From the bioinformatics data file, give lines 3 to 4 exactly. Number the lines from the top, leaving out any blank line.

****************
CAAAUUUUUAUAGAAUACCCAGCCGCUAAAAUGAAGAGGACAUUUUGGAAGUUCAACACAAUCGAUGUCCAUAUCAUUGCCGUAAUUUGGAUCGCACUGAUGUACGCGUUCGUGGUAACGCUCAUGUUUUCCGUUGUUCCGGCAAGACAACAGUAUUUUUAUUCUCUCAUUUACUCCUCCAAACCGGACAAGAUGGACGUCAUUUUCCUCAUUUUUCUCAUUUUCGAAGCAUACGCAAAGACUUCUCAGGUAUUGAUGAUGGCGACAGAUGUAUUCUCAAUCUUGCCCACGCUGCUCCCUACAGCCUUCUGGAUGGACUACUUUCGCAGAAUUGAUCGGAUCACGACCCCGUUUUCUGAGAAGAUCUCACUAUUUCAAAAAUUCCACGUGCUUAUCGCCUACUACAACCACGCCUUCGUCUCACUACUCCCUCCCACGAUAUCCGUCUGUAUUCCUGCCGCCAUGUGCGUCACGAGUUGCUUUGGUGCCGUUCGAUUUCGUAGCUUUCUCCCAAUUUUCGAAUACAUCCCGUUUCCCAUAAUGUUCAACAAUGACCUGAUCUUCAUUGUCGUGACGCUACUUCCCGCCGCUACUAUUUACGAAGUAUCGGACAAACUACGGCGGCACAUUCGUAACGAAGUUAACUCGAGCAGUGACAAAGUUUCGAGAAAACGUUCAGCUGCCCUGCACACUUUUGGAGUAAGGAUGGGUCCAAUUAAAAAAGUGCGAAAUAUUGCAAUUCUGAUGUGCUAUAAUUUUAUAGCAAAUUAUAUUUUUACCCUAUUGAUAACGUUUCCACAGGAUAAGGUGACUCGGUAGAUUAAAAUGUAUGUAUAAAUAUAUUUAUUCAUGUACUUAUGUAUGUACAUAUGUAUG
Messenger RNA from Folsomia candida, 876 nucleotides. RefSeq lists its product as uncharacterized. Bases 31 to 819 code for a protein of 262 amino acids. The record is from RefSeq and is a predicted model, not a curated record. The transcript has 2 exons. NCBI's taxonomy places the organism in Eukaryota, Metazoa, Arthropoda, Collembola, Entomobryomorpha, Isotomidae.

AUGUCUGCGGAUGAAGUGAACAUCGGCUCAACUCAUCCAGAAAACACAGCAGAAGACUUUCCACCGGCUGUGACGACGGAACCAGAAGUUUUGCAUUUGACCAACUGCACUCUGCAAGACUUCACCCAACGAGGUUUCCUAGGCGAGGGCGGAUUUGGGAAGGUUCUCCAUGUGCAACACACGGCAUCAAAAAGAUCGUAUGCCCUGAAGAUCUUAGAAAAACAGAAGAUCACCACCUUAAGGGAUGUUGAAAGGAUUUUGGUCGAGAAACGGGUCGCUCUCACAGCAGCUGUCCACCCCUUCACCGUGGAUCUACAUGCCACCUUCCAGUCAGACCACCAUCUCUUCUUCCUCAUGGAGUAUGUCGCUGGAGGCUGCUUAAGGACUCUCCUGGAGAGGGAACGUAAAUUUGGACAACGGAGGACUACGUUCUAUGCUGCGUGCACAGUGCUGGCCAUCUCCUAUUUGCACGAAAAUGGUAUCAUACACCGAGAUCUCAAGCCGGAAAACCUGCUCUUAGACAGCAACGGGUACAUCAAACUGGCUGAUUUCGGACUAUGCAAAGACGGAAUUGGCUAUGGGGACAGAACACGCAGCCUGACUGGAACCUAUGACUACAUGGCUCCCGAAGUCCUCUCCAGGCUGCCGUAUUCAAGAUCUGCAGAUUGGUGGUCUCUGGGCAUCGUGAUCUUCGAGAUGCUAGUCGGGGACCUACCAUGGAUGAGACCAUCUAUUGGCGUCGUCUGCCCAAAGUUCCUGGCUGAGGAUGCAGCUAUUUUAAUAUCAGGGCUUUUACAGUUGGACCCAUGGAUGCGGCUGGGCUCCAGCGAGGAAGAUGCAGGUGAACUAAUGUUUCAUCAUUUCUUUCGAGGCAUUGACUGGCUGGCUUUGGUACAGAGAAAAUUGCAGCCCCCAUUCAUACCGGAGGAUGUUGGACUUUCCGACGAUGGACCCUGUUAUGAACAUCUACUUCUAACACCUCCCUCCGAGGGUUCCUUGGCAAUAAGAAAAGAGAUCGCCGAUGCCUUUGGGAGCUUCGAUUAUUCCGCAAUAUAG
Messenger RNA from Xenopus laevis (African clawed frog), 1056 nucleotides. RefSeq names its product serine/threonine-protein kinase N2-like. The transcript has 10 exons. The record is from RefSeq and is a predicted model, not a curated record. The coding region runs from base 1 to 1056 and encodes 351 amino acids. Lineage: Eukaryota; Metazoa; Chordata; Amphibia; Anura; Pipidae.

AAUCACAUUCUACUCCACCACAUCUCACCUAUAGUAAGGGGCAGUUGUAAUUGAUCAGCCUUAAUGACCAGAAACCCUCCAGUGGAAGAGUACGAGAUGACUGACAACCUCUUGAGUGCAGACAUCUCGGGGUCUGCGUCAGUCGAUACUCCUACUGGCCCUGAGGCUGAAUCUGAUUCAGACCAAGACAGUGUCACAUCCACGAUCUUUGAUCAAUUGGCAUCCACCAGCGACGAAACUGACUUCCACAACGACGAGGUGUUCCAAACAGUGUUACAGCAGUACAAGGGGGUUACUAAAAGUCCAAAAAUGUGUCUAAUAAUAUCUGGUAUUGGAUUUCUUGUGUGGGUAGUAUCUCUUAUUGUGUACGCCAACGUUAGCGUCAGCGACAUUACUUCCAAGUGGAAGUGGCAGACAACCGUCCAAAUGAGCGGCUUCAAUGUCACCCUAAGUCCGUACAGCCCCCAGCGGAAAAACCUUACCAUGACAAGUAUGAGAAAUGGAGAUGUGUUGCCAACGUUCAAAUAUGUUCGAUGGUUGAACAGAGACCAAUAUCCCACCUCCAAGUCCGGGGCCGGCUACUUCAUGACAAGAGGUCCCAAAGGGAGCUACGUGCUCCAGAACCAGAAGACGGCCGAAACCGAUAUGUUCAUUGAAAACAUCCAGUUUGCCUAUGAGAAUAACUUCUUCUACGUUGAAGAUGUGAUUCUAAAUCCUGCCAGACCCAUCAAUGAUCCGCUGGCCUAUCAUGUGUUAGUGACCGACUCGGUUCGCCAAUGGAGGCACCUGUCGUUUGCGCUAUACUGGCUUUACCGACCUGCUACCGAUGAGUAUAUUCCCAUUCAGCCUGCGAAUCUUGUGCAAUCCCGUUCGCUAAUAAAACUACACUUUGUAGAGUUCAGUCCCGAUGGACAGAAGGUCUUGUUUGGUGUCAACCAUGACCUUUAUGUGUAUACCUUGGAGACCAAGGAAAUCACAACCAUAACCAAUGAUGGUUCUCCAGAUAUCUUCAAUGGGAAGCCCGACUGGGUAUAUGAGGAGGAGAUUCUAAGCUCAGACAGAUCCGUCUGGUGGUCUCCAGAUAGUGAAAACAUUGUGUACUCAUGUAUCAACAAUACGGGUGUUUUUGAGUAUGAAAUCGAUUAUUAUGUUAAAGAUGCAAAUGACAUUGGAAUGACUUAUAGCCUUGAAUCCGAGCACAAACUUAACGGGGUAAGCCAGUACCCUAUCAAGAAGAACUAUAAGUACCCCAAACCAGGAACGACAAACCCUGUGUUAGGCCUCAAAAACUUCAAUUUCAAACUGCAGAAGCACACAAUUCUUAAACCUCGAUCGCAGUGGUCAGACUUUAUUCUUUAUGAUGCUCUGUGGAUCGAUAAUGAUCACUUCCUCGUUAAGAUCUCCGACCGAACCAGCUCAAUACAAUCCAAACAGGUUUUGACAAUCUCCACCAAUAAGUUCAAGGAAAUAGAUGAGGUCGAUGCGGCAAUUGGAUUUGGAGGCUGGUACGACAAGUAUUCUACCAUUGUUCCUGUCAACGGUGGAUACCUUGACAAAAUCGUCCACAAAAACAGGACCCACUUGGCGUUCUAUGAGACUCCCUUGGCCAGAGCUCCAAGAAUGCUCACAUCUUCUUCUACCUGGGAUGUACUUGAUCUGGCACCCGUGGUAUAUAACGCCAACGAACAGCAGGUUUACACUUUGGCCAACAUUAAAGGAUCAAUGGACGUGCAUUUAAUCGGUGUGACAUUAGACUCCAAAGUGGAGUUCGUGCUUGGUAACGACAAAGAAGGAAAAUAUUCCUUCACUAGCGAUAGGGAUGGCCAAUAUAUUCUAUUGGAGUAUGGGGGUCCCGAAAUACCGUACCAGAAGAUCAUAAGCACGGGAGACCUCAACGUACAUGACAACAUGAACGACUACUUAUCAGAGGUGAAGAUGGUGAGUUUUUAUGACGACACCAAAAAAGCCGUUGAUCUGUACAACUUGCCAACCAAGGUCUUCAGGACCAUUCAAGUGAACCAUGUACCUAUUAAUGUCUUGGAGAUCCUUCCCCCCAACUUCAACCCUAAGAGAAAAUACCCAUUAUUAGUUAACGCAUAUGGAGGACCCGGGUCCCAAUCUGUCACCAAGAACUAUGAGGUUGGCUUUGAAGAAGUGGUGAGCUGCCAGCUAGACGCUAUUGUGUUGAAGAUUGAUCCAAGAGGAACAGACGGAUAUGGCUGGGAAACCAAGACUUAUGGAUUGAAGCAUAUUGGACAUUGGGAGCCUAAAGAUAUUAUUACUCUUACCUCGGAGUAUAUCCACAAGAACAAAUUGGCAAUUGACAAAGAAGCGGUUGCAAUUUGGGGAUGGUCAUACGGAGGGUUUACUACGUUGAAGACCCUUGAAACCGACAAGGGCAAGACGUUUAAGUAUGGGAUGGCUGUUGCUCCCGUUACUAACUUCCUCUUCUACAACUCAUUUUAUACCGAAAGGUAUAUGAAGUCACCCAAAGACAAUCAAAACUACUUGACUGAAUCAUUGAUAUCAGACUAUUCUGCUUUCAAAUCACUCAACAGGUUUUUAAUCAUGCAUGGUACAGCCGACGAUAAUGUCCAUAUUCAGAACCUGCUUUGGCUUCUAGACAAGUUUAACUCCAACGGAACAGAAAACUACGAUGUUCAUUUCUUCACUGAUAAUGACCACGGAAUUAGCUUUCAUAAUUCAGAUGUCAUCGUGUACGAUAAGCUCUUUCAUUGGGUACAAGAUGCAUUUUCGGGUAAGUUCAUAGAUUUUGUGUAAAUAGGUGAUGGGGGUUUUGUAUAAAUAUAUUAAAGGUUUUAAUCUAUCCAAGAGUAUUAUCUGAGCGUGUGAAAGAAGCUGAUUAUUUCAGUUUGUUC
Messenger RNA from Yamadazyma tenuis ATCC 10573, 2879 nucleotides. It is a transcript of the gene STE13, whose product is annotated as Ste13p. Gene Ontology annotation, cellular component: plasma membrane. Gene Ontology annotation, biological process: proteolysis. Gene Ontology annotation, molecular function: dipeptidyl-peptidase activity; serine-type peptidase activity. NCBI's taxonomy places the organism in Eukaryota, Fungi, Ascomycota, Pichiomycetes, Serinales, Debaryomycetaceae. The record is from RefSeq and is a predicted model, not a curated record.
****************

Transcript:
AUGUCUGCGGAUGAAGUGAACAUCGGCUCAACUCAUCCAGAAAACACAGCAGAAGACUUUCCACCGGCUGUGACGACGGAACCAGAAGUUUUGCAUUUGACCAACUGCACUCUGCAAGACUUCACCCAACGAGGUUUCCUAGGCGAGGGCGGAUUUGGGAAGGUUCUCCAUGUGCAACACACGGCAUCAAAAAGAUCGUAUGCCCUGAAGAUCUUAGAAAAACAGAAGAUCACCACCUUAAGGGAUGUUGAAAGGAUUUUGGUCGAGAAACGGGUCGCUCUCACAGCAGCUGUCCACCCCUUCACCGUGGAUCUACAUGCCACCUUCCAGUCAGACCACCAUCUCUUCUUCCUCAUGGAGUAUGUCGCUGGAGGCUGCUUAAGGACUCUCCUGGAGAGGGAACGUAAAUUUGGACAACGGAGGACUACGUUCUAUGCUGCGUGCACAGUGCUGGCCAUCUCCUAUUUGCACGAAAAUGGUAUCAUACACCGAGAUCUCAAGCCGGAAAACCUGCUCUUAGACAGCAACGGGUACAUCAAACUGGCUGAUUUCGGACUAUGCAAAGACGGAAUUGGCUAUGGGGACAGAACACGCAGCCUGACUGGAACCUAUGACUACAUGGCUCCCGAAGUCCUCUCCAGGCUGCCGUAUUCAAGAUCUGCAGAUUGGUGGUCUCUGGGCAUCGUGAUCUUCGAGAUGCUAGUCGGGGACCUACCAUGGAUGAGACCAUCUAUUGGCGUCGUCUGCCCAAAGUUCCUGGCUGAGGAUGCAGCUAUUUUAAUAUCAGGGCUUUUACAGUUGGACCCAUGGAUGCGGCUGGGCUCCAGCGAGGAAGAUGCAGGUGAACUAAUGUUUCAUCAUUUCUUUCGAGGCAUUGACUGGCUGGCUUUGGUACAGAGAAAAUUGCAGCCCCCAUUCAUACCGGAGGAUGUUGGACUUUCCGACGAUGGACCCUGUUAUGAACAUCUACUUCUAACACCUCCCUCCGAGGGUUCCUUGGCAAUAAGAAAAGAGAUCGCCGAUGCCUUUGGGAGCUUCGAUUAUUCCGCAAUAUAG
Messenger RNA from Xenopus laevis (African clawed frog), 1056 nucleotides. RefSeq names its product serine/threonine-protein kinase N2-like. The transcript has 10 exons. The record is from RefSeq and is a predicted model, not a curated record. The coding region runs from base 1 to 1056 and encodes 351 amino acids. Lineage: Eukaryota; Metazoa; Chordata; Amphibia; Anura; Pipidae.